Joint Custody and the Consent Divorce, and a Maxim Bonus
March 20, 2014 § 1 Comment
The COA decision in Keyes v. Keyes, handed down March 11, 2014, is noteworthy for a couple of points.
Melanie and Dustin Keyes entered into a consent for an irreconcilable differences divorce, leaving custody of their two children to the judge to decide. After a hearing, the chancellor awarded the parties joint physical and legal custody.
Melanie appealed, raising two issues: (1) the chancellor erred in failing to determine whether the parties could cooperate, which is a prerequisite to joint custody; and (2) the chancellor’s decision violated the maxim of equity that “equity delights to do complete justice, and not by halves.”
The COA affirmed. Judge Carlton wrote the opinion for a unanimous court (James not participating). Here’s her take on the first issue:
¶13. [MCA] Section 93-5-24(2) provides that in an irreconcilable-differences divorce the chancellor may, at her discretion, award joint custody “upon application of both parents.” In Crider [v. Crider], the parties filed a written consent to an irreconcilable-differences divorce and asked the chancellor to decide the issues of primary custody, property settlement, and support. Crider, 904 So. 2d at 143 [(Miss. 2005)] (¶3). The supreme court held “that when parties consent in writing to the court’s determination of custody, they are consenting and agreeing to that determination.” Id. at 148 (¶15). The supreme court further stated:
It is logical and reasonable that “application of both parties” exists when both parties consent to allowing the court to determine custody. The fact that the parties request that the court determine which parent is to receive “primary custody” does not alter this. The parties are allowing the court to determine what form of custody is in the best interest of the child. If joint custody is determined to be in the best interest of the child using court-specified factors, i.e., the Albright factors, the parties should not be able to prohibit this by the wording of the consent. . . . To be sure, unless the parents are capable of sharing joint custody cooperatively, it is incumbent upon a chancellor not to award joint custody. This is for the chancellor to determine as he or she is in the best position to evaluate the credibility, sincerity, capabilities[,] and intentions of the parties.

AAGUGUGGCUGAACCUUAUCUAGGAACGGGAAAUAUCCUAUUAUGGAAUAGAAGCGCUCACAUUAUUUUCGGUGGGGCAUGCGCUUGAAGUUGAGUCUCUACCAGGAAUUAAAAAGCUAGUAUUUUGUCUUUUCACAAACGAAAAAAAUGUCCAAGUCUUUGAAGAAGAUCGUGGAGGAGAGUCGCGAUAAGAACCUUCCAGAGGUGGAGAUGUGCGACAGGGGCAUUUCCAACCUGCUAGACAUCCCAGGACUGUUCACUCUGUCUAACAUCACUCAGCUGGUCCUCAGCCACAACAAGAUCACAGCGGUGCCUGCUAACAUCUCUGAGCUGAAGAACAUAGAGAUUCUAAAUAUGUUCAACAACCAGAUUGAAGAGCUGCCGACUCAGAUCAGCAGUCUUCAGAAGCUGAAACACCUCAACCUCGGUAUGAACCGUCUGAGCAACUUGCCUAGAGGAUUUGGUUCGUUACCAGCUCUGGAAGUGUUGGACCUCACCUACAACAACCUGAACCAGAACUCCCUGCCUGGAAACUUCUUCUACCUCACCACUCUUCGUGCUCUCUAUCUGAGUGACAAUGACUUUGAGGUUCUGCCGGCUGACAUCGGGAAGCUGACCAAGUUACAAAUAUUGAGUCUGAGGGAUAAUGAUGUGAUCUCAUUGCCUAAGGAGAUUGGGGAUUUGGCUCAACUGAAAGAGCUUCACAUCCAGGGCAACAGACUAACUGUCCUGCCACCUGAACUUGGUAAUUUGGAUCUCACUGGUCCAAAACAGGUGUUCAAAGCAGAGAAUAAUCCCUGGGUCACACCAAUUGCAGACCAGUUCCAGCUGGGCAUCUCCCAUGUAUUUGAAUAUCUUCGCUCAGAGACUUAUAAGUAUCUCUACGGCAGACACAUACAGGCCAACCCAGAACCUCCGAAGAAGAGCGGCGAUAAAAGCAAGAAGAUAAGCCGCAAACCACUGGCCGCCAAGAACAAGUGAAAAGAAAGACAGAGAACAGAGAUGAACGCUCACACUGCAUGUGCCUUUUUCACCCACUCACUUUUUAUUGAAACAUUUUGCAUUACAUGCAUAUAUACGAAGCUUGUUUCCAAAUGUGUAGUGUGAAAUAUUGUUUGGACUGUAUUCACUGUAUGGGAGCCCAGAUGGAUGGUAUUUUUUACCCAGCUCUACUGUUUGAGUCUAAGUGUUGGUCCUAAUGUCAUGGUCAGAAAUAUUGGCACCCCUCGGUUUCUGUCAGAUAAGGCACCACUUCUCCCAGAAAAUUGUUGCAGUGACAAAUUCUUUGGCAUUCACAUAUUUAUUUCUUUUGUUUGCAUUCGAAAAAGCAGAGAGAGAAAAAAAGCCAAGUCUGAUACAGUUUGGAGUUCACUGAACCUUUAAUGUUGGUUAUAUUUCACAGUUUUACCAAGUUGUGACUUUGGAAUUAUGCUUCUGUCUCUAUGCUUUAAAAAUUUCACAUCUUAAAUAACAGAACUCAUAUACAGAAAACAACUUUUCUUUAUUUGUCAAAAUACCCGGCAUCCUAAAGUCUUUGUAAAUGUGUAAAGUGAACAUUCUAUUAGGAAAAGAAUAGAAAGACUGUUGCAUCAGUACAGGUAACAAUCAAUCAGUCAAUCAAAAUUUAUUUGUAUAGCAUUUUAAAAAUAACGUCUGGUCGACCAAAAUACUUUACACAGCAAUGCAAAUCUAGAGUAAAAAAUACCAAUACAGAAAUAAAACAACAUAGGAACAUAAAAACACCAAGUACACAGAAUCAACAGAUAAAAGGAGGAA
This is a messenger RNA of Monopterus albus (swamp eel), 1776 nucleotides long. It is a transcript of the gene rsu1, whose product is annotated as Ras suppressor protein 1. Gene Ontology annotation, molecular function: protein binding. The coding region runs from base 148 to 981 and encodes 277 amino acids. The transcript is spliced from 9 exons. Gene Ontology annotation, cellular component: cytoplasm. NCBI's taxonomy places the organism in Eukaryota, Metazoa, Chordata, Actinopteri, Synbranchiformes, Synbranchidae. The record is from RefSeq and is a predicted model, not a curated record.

Id. at 147 (¶¶12-13). “The Crider court held that it is logical that when both parties consent for the court to determine custody, they fulfill the ‘application of both parents’ requirement of section 93-5-24(2).” Phillips, 45 So. 3d at 695 (¶33) (citation omitted).
¶14. In the present case, the parties do not dispute that they both consented to the chancellor’s determination of custody and that the “application of both parents” requirement discussed in Crider was met. Therefore, we turn our focus to whether the chancellor erred in awarding joint custody because of the parents’ inability to “shar[e] joint custody cooperatively.” Crider, 904 So. 2d at 147 (¶13). The supreme court has concluded that section 93-5-24(2) “should be interpreted to allow the chancellor to award joint custody in an irreconcilable[-]differences divorce if it is in the best interest of the child.” Phillips, 45 So. 3d at 695 (¶33) (citing Crider, 904 So. 2d at 148 (¶16)).
The decision goes on to find that the chancellor did, in her analysis of the facts, adequately weigh the parties’ ability to cooperate, and that she was in the best position as the trier of fact to determine how to resolve conflicting evidence at trial for the best interest of the minor children. The court concluded that this issue lacked merit.